Relating to Clients In “Calling on—and Grateful for—Counseling Skills” (First Person/Last Page, May 2016), Joanna Close shared an experience she had with a client. He was finding living as he wished difficult, and told her in a session that he had made a suicide attempt a day or so earlier. Uncomfortable but resourceful, ... Inbox
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Inbox  |   September 01, 2016
Relating to Clients
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Professional Issues & Training / Inbox
Inbox   |   September 01, 2016
Relating to Clients
The ASHA Leader, September 2016, Vol. 21, 4. doi:10.1044/leader.IN1.21092016.4
The ASHA Leader, September 2016, Vol. 21, 4. doi:10.1044/leader.IN1.21092016.4
In “Calling on—and Grateful for—Counseling Skills” (First Person/Last Page, May 2016), Joanna Close shared an experience she had with a client. He was finding living as he wished difficult, and told her in a session that he had made a suicide attempt a day or so earlier. Uncomfortable but resourceful, she drew on the knowledge and skills acquired in a graduate-level counseling course for communication sciences and disorders students, and worked with interdisciplinary team members to help him.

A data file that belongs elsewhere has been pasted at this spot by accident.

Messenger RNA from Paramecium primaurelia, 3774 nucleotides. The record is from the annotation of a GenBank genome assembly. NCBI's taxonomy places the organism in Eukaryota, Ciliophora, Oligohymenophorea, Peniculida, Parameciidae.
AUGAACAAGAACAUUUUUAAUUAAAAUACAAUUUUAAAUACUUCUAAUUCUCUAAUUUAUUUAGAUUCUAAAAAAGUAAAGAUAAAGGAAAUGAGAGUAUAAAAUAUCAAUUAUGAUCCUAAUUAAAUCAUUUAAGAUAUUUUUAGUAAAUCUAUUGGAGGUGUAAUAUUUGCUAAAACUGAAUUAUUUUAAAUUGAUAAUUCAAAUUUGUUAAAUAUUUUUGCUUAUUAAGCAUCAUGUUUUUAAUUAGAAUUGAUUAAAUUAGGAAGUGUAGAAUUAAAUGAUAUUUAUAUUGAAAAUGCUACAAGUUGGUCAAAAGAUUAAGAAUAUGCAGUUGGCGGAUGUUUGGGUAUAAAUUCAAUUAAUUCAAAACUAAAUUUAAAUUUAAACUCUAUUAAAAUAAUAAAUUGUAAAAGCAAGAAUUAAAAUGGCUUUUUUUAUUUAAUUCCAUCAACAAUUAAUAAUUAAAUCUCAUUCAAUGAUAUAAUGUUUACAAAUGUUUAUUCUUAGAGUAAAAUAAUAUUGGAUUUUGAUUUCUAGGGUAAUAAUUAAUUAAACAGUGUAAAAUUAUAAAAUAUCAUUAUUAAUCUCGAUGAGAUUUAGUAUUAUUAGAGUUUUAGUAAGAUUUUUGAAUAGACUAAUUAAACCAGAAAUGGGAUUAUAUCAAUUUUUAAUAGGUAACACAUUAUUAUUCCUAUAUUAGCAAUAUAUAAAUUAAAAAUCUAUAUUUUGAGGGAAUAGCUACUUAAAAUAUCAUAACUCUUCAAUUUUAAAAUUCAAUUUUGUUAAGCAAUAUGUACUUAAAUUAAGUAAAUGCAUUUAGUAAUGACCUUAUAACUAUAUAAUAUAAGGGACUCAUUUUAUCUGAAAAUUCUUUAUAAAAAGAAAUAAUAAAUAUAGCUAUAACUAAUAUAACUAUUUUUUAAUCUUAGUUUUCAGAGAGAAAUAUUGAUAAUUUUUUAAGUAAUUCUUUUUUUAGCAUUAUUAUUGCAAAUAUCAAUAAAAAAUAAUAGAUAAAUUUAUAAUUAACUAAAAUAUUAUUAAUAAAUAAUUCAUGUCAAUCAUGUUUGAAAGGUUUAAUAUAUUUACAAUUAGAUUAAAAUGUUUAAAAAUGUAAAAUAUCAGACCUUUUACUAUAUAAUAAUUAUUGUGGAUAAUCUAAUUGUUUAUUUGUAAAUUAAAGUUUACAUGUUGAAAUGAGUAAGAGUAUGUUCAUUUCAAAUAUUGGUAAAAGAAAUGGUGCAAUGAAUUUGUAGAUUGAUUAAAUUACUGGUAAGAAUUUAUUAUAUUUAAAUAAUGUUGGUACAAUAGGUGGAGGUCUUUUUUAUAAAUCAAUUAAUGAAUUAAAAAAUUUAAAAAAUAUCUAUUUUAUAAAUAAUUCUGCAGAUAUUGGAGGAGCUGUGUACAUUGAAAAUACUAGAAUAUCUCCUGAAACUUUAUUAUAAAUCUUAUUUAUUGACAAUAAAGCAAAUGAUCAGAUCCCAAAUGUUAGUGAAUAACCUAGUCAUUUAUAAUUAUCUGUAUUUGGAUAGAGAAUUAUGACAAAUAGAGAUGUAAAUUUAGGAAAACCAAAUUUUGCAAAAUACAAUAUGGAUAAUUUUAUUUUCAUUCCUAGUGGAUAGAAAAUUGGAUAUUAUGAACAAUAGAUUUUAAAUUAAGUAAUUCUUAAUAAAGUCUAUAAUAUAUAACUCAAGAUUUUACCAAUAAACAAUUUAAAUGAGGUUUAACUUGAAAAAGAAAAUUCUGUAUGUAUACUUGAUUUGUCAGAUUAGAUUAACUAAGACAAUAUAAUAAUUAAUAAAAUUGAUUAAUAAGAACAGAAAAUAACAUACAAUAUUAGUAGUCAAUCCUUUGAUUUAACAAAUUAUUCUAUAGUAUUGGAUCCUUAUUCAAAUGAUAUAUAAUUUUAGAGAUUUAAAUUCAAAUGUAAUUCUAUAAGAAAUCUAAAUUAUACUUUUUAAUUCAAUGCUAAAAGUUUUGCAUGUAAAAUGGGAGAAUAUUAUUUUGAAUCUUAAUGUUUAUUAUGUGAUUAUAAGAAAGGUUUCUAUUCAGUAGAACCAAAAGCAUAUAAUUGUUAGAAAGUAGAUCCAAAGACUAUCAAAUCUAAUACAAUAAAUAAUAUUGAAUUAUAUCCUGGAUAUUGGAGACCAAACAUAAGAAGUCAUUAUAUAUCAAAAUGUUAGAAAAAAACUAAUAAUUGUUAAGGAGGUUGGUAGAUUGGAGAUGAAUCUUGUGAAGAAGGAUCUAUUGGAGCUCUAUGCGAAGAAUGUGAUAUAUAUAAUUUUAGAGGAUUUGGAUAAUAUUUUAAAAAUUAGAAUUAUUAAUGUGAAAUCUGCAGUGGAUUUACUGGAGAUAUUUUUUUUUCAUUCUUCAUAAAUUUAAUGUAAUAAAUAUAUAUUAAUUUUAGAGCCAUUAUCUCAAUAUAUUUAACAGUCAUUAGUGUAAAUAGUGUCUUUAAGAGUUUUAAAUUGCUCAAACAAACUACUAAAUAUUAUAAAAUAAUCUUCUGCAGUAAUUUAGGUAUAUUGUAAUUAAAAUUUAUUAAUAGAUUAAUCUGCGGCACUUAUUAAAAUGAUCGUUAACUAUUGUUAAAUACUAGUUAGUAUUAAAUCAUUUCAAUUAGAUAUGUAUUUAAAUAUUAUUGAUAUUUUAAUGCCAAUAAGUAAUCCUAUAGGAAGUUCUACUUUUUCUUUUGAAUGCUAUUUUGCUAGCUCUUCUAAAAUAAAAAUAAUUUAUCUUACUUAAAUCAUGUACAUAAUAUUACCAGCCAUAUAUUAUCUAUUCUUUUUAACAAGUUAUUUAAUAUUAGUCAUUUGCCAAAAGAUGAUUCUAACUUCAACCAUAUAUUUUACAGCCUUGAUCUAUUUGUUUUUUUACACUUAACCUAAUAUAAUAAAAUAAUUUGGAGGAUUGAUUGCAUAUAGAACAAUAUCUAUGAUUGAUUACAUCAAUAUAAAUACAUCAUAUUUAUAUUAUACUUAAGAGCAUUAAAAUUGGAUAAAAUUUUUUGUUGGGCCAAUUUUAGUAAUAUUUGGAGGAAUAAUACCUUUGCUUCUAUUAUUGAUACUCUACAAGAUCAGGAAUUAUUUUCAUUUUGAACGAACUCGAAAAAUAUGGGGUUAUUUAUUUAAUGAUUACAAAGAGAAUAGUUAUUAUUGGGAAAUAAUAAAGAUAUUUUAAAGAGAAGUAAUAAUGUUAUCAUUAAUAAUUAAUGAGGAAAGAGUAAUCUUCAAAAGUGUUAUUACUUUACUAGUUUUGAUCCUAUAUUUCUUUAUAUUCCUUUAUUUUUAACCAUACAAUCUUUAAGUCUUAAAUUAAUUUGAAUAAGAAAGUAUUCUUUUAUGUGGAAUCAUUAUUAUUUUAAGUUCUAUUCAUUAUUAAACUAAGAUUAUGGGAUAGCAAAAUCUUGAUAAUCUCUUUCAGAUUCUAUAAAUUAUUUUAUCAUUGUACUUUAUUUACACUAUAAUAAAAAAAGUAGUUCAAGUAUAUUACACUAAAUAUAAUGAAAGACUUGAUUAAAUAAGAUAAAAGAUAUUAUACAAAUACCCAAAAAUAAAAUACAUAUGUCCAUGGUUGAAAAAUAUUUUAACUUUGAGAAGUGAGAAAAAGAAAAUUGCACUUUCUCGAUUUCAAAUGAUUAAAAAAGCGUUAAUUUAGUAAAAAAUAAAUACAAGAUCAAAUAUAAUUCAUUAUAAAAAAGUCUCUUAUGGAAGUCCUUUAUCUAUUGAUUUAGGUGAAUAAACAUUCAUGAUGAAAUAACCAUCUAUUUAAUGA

Based on my work, I have learned that without knowledge of counseling skills, our practice can become dry and routine—providing little that encourages healing while pushing us into burnout. So, midway through my career, I enrolled in a didactic and experiential training program in transactional analysis. What I learned shifted my clinical approach from primarily identifying and measuring client behavior—an approach that never seemed entirely sufficient to do what I felt most capable of doing—to relating more comfortably and skillfully to clients to help them modify their behavior.
Counseling skills help us establish a professional, empathic presence through which we become better at listening, more comfortable with silence, and skilled in speaking words of direction and comfort that assist healing.
As Close has discovered, it is the relationship we cultivate with clients, caregivers and colleagues that is our fundamental tool. The more we learn about how to do that, the more helpful we can be throughout a long-lived, satisfying career.
Ellen-Marie Silverman, Milwaukee

We’re glad you found Joanna Close’s column to be relevant and important. Thanks for sharing your insight.

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FROM THIS ISSUE
September 2016
Volume 21, Issue 9